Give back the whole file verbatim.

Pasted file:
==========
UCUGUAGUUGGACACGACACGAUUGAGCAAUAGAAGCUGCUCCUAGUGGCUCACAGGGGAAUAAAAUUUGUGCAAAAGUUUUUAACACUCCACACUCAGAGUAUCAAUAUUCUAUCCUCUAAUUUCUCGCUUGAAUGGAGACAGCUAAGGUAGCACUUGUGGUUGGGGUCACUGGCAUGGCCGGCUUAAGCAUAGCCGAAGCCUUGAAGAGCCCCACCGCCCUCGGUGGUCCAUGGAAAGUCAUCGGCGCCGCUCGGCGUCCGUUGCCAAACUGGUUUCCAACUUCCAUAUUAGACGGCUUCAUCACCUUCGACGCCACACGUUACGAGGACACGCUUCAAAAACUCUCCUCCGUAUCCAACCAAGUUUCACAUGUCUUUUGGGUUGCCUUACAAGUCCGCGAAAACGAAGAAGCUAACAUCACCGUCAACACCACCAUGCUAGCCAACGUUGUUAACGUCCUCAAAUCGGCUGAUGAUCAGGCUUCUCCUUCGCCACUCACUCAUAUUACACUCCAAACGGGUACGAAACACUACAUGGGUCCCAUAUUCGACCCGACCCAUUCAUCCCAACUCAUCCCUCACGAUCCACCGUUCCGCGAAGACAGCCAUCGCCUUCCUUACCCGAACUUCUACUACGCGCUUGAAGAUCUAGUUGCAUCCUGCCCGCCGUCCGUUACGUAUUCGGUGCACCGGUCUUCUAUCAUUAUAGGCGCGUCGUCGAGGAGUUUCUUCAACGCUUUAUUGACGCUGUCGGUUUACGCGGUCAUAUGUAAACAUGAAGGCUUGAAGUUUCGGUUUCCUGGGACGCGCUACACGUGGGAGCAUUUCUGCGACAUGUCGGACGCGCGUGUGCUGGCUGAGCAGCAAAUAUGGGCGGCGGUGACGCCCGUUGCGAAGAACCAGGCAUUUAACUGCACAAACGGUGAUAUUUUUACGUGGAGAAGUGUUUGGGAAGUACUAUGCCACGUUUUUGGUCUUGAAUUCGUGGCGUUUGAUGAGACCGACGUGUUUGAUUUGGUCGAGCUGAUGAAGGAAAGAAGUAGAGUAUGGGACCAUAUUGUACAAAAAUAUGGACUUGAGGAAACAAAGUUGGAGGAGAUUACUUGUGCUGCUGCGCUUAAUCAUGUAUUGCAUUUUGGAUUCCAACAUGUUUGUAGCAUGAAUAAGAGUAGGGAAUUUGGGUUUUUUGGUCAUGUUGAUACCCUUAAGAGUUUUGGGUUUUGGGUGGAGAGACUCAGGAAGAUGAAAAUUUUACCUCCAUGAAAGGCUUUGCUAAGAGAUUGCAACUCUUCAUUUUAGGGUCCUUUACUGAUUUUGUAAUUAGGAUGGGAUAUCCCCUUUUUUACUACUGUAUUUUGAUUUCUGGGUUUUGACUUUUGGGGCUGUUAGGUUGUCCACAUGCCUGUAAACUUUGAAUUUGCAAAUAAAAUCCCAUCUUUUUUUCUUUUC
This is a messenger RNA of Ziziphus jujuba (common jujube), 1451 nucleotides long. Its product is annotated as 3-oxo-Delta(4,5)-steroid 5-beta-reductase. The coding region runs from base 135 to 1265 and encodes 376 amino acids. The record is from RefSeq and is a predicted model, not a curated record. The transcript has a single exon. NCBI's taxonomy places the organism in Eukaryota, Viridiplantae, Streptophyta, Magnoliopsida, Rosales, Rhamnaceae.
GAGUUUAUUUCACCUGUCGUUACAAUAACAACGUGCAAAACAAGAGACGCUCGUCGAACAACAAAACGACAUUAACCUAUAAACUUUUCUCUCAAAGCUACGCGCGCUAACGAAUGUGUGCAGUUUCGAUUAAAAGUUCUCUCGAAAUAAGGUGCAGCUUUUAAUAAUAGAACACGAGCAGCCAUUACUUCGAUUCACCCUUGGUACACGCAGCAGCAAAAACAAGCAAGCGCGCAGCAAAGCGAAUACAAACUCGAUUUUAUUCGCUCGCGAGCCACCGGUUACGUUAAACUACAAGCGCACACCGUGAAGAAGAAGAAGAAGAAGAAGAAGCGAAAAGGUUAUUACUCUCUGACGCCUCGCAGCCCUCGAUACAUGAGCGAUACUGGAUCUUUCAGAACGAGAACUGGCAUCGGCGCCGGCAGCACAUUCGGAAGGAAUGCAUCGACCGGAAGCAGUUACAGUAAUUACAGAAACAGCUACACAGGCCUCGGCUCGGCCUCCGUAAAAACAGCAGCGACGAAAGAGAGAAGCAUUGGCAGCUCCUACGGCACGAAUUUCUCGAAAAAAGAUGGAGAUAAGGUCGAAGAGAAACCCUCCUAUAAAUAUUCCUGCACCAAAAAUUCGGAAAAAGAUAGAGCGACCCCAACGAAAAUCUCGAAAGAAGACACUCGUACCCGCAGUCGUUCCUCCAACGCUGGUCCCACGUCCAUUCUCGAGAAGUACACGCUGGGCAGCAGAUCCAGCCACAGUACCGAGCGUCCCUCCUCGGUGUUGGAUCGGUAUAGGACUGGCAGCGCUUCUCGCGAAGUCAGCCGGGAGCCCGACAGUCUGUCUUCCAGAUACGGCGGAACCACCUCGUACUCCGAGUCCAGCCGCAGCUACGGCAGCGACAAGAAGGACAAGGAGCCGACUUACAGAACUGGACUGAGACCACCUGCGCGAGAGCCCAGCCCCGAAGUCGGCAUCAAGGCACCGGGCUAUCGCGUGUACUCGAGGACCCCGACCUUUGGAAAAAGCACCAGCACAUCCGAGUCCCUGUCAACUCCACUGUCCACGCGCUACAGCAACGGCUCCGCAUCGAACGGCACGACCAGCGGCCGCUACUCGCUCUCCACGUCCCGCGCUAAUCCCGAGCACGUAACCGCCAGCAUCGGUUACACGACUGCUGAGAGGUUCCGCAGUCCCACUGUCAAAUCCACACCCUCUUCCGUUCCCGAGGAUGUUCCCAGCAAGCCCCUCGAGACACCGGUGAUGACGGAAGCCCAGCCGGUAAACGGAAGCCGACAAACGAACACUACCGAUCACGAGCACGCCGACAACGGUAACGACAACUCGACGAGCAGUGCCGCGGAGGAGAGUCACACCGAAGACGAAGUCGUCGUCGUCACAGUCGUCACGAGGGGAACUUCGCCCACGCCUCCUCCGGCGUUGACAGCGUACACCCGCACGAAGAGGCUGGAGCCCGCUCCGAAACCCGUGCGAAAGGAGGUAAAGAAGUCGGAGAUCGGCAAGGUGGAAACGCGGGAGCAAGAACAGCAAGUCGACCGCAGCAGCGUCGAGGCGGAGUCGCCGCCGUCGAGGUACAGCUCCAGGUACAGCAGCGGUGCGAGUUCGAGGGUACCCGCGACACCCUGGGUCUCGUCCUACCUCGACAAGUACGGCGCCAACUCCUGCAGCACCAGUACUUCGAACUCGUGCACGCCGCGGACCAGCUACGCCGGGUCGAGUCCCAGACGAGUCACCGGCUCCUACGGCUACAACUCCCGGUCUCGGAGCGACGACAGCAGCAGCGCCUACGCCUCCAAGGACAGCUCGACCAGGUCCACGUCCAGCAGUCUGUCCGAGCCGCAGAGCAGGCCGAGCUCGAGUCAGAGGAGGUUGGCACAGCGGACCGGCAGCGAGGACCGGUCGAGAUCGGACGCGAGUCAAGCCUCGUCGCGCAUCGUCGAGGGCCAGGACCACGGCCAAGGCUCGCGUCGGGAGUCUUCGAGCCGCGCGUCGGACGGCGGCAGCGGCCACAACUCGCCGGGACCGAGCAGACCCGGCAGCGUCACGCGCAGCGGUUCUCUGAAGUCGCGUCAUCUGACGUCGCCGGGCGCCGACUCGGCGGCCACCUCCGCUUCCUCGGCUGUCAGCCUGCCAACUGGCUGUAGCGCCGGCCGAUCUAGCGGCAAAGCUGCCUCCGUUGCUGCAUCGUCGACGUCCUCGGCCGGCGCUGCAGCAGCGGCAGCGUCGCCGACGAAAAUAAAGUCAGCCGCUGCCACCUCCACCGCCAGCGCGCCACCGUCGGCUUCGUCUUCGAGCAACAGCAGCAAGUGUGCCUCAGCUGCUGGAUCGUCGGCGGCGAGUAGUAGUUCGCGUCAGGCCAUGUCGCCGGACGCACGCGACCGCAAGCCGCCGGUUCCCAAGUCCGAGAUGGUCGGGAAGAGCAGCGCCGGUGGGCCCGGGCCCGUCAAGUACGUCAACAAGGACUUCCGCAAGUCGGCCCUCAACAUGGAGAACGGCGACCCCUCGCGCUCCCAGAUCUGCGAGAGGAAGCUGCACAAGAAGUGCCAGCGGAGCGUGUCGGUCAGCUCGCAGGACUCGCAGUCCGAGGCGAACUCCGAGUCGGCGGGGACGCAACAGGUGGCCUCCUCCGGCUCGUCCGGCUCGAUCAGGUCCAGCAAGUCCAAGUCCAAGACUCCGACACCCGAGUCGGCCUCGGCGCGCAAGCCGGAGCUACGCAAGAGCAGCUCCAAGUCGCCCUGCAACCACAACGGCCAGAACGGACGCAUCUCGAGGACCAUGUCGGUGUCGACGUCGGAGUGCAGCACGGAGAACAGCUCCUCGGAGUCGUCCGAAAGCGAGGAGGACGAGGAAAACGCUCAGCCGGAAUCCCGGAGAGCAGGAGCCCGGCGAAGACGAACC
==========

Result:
UCUGUAGUUGGACACGACACGAUUGAGCAAUAGAAGCUGCUCCUAGUGGCUCACAGGGGAAUAAAAUUUGUGCAAAAGUUUUUAACACUCCACACUCAGAGUAUCAAUAUUCUAUCCUCUAAUUUCUCGCUUGAAUGGAGACAGCUAAGGUAGCACUUGUGGUUGGGGUCACUGGCAUGGCCGGCUUAAGCAUAGCCGAAGCCUUGAAGAGCCCCACCGCCCUCGGUGGUCCAUGGAAAGUCAUCGGCGCCGCUCGGCGUCCGUUGCCAAACUGGUUUCCAACUUCCAUAUUAGACGGCUUCAUCACCUUCGACGCCACACGUUACGAGGACACGCUUCAAAAACUCUCCUCCGUAUCCAACCAAGUUUCACAUGUCUUUUGGGUUGCCUUACAAGUCCGCGAAAACGAAGAAGCUAACAUCACCGUCAACACCACCAUGCUAGCCAACGUUGUUAACGUCCUCAAAUCGGCUGAUGAUCAGGCUUCUCCUUCGCCACUCACUCAUAUUACACUCCAAACGGGUACGAAACACUACAUGGGUCCCAUAUUCGACCCGACCCAUUCAUCCCAACUCAUCCCUCACGAUCCACCGUUCCGCGAAGACAGCCAUCGCCUUCCUUACCCGAACUUCUACUACGCGCUUGAAGAUCUAGUUGCAUCCUGCCCGCCGUCCGUUACGUAUUCGGUGCACCGGUCUUCUAUCAUUAUAGGCGCGUCGUCGAGGAGUUUCUUCAACGCUUUAUUGACGCUGUCGGUUUACGCGGUCAUAUGUAAACAUGAAGGCUUGAAGUUUCGGUUUCCUGGGACGCGCUACACGUGGGAGCAUUUCUGCGACAUGUCGGACGCGCGUGUGCUGGCUGAGCAGCAAAUAUGGGCGGCGGUGACGCCCGUUGCGAAGAACCAGGCAUUUAACUGCACAAACGGUGAUAUUUUUACGUGGAGAAGUGUUUGGGAAGUACUAUGCCACGUUUUUGGUCUUGAAUUCGUGGCGUUUGAUGAGACCGACGUGUUUGAUUUGGUCGAGCUGAUGAAGGAAAGAAGUAGAGUAUGGGACCAUAUUGUACAAAAAUAUGGACUUGAGGAAACAAAGUUGGAGGAGAUUACUUGUGCUGCUGCGCUUAAUCAUGUAUUGCAUUUUGGAUUCCAACAUGUUUGUAGCAUGAAUAAGAGUAGGGAAUUUGGGUUUUUUGGUCAUGUUGAUACCCUUAAGAGUUUUGGGUUUUGGGUGGAGAGACUCAGGAAGAUGAAAAUUUUACCUCCAUGAAAGGCUUUGCUAAGAGAUUGCAACUCUUCAUUUUAGGGUCCUUUACUGAUUUUGUAAUUAGGAUGGGAUAUCCCCUUUUUUACUACUGUAUUUUGAUUUCUGGGUUUUGACUUUUGGGGCUGUUAGGUUGUCCACAUGCCUGUAAACUUUGAAUUUGCAAAUAAAAUCCCAUCUUUUUUUCUUUUC
This is a messenger RNA of Ziziphus jujuba (common jujube), 1451 nucleotides long. Its product is annotated as 3-oxo-Delta(4,5)-steroid 5-beta-reductase. The coding region runs from base 135 to 1265 and encodes 376 amino acids. The record is from RefSeq and is a predicted model, not a curated record. The transcript has a single exon. NCBI's taxonomy places the organism in Eukaryota, Viridiplantae, Streptophyta, Magnoliopsida, Rosales, Rhamnaceae.
GAGUUUAUUUCACCUGUCGUUACAAUAACAACGUGCAAAACAAGAGACGCUCGUCGAACAACAAAACGACAUUAACCUAUAAACUUUUCUCUCAAAGCUACGCGCGCUAACGAAUGUGUGCAGUUUCGAUUAAAAGUUCUCUCGAAAUAAGGUGCAGCUUUUAAUAAUAGAACACGAGCAGCCAUUACUUCGAUUCACCCUUGGUACACGCAGCAGCAAAAACAAGCAAGCGCGCAGCAAAGCGAAUACAAACUCGAUUUUAUUCGCUCGCGAGCCACCGGUUACGUUAAACUACAAGCGCACACCGUGAAGAAGAAGAAGAAGAAGAAGAAGCGAAAAGGUUAUUACUCUCUGACGCCUCGCAGCCCUCGAUACAUGAGCGAUACUGGAUCUUUCAGAACGAGAACUGGCAUCGGCGCCGGCAGCACAUUCGGAAGGAAUGCAUCGACCGGAAGCAGUUACAGUAAUUACAGAAACAGCUACACAGGCCUCGGCUCGGCCUCCGUAAAAACAGCAGCGACGAAAGAGAGAAGCAUUGGCAGCUCCUACGGCACGAAUUUCUCGAAAAAAGAUGGAGAUAAGGUCGAAGAGAAACCCUCCUAUAAAUAUUCCUGCACCAAAAAUUCGGAAAAAGAUAGAGCGACCCCAACGAAAAUCUCGAAAGAAGACACUCGUACCCGCAGUCGUUCCUCCAACGCUGGUCCCACGUCCAUUCUCGAGAAGUACACGCUGGGCAGCAGAUCCAGCCACAGUACCGAGCGUCCCUCCUCGGUGUUGGAUCGGUAUAGGACUGGCAGCGCUUCUCGCGAAGUCAGCCGGGAGCCCGACAGUCUGUCUUCCAGAUACGGCGGAACCACCUCGUACUCCGAGUCCAGCCGCAGCUACGGCAGCGACAAGAAGGACAAGGAGCCGACUUACAGAACUGGACUGAGACCACCUGCGCGAGAGCCCAGCCCCGAAGUCGGCAUCAAGGCACCGGGCUAUCGCGUGUACUCGAGGACCCCGACCUUUGGAAAAAGCACCAGCACAUCCGAGUCCCUGUCAACUCCACUGUCCACGCGCUACAGCAACGGCUCCGCAUCGAACGGCACGACCAGCGGCCGCUACUCGCUCUCCACGUCCCGCGCUAAUCCCGAGCACGUAACCGCCAGCAUCGGUUACACGACUGCUGAGAGGUUCCGCAGUCCCACUGUCAAAUCCACACCCUCUUCCGUUCCCGAGGAUGUUCCCAGCAAGCCCCUCGAGACACCGGUGAUGACGGAAGCCCAGCCGGUAAACGGAAGCCGACAAACGAACACUACCGAUCACGAGCACGCCGACAACGGUAACGACAACUCGACGAGCAGUGCCGCGGAGGAGAGUCACACCGAAGACGAAGUCGUCGUCGUCACAGUCGUCACGAGGGGAACUUCGCCCACGCCUCCUCCGGCGUUGACAGCGUACACCCGCACGAAGAGGCUGGAGCCCGCUCCGAAACCCGUGCGAAAGGAGGUAAAGAAGUCGGAGAUCGGCAAGGUGGAAACGCGGGAGCAAGAACAGCAAGUCGACCGCAGCAGCGUCGAGGCGGAGUCGCCGCCGUCGAGGUACAGCUCCAGGUACAGCAGCGGUGCGAGUUCGAGGGUACCCGCGACACCCUGGGUCUCGUCCUACCUCGACAAGUACGGCGCCAACUCCUGCAGCACCAGUACUUCGAACUCGUGCACGCCGCGGACCAGCUACGCCGGGUCGAGUCCCAGACGAGUCACCGGCUCCUACGGCUACAACUCCCGGUCUCGGAGCGACGACAGCAGCAGCGCCUACGCCUCCAAGGACAGCUCGACCAGGUCCACGUCCAGCAGUCUGUCCGAGCCGCAGAGCAGGCCGAGCUCGAGUCAGAGGAGGUUGGCACAGCGGACCGGCAGCGAGGACCGGUCGAGAUCGGACGCGAGUCAAGCCUCGUCGCGCAUCGUCGAGGGCCAGGACCACGGCCAAGGCUCGCGUCGGGAGUCUUCGAGCCGCGCGUCGGACGGCGGCAGCGGCCACAACUCGCCGGGACCGAGCAGACCCGGCAGCGUCACGCGCAGCGGUUCUCUGAAGUCGCGUCAUCUGACGUCGCCGGGCGCCGACUCGGCGGCCACCUCCGCUUCCUCGGCUGUCAGCCUGCCAACUGGCUGUAGCGCCGGCCGAUCUAGCGGCAAAGCUGCCUCCGUUGCUGCAUCGUCGACGUCCUCGGCCGGCGCUGCAGCAGCGGCAGCGUCGCCGACGAAAAUAAAGUCAGCCGCUGCCACCUCCACCGCCAGCGCGCCACCGUCGGCUUCGUCUUCGAGCAACAGCAGCAAGUGUGCCUCAGCUGCUGGAUCGUCGGCGGCGAGUAGUAGUUCGCGUCAGGCCAUGUCGCCGGACGCACGCGACCGCAAGCCGCCGGUUCCCAAGUCCGAGAUGGUCGGGAAGAGCAGCGCCGGUGGGCCCGGGCCCGUCAAGUACGUCAACAAGGACUUCCGCAAGUCGGCCCUCAACAUGGAGAACGGCGACCCCUCGCGCUCCCAGAUCUGCGAGAGGAAGCUGCACAAGAAGUGCCAGCGGAGCGUGUCGGUCAGCUCGCAGGACUCGCAGUCCGAGGCGAACUCCGAGUCGGCGGGGACGCAACAGGUGGCCUCCUCCGGCUCGUCCGGCUCGAUCAGGUCCAGCAAGUCCAAGUCCAAGACUCCGACACCCGAGUCGGCCUCGGCGCGCAAGCCGGAGCUACGCAAGAGCAGCUCCAAGUCGCCCUGCAACCACAACGGCCAGAACGGACGCAUCUCGAGGACCAUGUCGGUGUCGACGUCGGAGUGCAGCACGGAGAACAGCUCCUCGGAGUCGUCCGAAAGCGAGGAGGACGAGGAAAACGCUCAGCCGGAAUCCCGGAGAGCAGGAGCCCGGCGAAGACGAACC